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2014 ASHS Annual Conference

How Much Are Ornamental Growers Willing to Pay for Irrigation Technology?

Tuesday, July 29, 2014: 5:15 PM
Salon 5 (Rosen Plaza Hotel)
John Majsztrik, University of Maryland, Laurel, MD
Erik Lichtenberg, Ph.D., University of Maryland, College Park, MD
Monica Saavoss, University of Maryland, College Park, MD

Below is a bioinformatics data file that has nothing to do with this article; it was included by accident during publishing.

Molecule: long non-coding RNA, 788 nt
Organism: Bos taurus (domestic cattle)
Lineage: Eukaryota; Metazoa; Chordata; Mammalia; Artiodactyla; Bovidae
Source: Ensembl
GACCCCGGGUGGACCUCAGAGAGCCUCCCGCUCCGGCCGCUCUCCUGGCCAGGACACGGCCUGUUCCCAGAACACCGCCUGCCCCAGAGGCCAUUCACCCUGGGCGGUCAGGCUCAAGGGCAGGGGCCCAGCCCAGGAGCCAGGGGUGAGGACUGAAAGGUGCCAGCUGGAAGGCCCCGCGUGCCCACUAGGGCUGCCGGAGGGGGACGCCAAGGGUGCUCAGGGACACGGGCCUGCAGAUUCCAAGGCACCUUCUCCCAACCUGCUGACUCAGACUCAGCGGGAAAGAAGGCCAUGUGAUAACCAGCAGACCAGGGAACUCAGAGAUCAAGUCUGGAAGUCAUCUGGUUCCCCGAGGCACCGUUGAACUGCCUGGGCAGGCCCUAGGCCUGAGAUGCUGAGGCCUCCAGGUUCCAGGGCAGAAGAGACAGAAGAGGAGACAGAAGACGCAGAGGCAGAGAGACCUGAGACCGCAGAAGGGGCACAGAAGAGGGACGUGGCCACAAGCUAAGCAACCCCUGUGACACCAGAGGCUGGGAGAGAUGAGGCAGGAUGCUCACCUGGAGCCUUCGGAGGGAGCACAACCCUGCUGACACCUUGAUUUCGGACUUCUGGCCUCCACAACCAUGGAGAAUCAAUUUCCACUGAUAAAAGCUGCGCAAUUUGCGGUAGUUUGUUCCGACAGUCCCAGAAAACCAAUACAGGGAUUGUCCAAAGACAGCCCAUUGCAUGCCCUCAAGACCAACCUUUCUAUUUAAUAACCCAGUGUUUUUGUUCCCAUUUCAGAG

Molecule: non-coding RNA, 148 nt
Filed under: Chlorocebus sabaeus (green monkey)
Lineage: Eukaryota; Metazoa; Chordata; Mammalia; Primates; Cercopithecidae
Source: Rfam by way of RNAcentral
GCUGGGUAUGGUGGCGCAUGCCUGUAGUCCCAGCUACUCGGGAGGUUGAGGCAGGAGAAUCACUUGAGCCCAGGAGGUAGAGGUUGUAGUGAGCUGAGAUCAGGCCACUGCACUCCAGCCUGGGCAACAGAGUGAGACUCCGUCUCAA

Agricultural water use typically accounts for 80% or more of consumptive water use, and up to 90% of water use in many western states. Population growth, changing rainfall patterns, and drought will continue to stress the relationship between water for agriculture and domestic uses.  One way to reduce agricultural consumption is through increasing water application and uptake efficiency through better irrigation management practices.  Scheduling irrigation in ornamental operations is often based on past experience and qualitative information (container weight, plant or substrate appearance, etc.) that a grower gathers.  Wireless Sensor Irrigation Networks (WSIN) have  been shown to provide accurate, quantitative, real-time monitoring and control of moisture  status which, in on farm trials, has reduced irrigation costs, lowered plant loss rates, shortened production times, and decreased pesticide application, while increasing yield, quality, and profit.  An original survey was used to investigate grower perceptions of WSIN and determine likely initial acceptance, ceiling adoption rates, and profitability of this technology in the nursery and greenhouse industry.  Adoption rates for a base system and demand for expansion components were found to decrease with increasing price, as was expected.  Our estimates indicate that the overall adoption rate of WSIN is likely going to be higher than other forms of precisions irrigation (e.g. drip).  The estimated price sensitivity of a grower’s willingness to adopt this technology suggests that diffusion will occur more quickly than drip irrigation.   Our estimates suggest that this technology will have the greatest appeal for growers who specialize in ornamental production.  Growers earning greater shares of income from ornamental production were willing to pay more for a base system and purchase a larger number of expansion components.  We estimated that growers who were willing to purchase additional nodes expect investment in this technology to earn significant profit, which is consistent with findings from experimental studies.